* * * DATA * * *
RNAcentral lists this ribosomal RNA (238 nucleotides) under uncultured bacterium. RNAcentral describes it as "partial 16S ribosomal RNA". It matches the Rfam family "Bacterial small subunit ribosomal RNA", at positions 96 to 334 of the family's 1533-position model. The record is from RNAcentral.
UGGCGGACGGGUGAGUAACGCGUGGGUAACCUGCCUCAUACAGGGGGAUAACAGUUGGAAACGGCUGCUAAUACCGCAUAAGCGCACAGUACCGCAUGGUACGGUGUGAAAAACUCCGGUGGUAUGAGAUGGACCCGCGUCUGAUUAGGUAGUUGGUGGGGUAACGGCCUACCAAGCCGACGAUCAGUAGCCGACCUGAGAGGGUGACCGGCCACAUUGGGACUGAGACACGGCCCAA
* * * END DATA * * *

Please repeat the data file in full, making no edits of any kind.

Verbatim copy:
RNAcentral lists this ribosomal RNA (238 nucleotides) under uncultured bacterium. RNAcentral describes it as "partial 16S ribosomal RNA". It matches the Rfam family "Bacterial small subunit ribosomal RNA", at positions 96 to 334 of the family's 1533-position model. The record is from RNAcentral.
UGGCGGACGGGUGAGUAACGCGUGGGUAACCUGCCUCAUACAGGGGGAUAACAGUUGGAAACGGCUGCUAAUACCGCAUAAGCGCACAGUACCGCAUGGUACGGUGUGAAAAACUCCGGUGGUAUGAGAUGGACCCGCGUCUGAUUAGGUAGUUGGUGGGGUAACGGCCUACCAAGCCGACGAUCAGUAGCCGACCUGAGAGGGUGACCGGCCACAUUGGGACUGAGACACGGCCCAA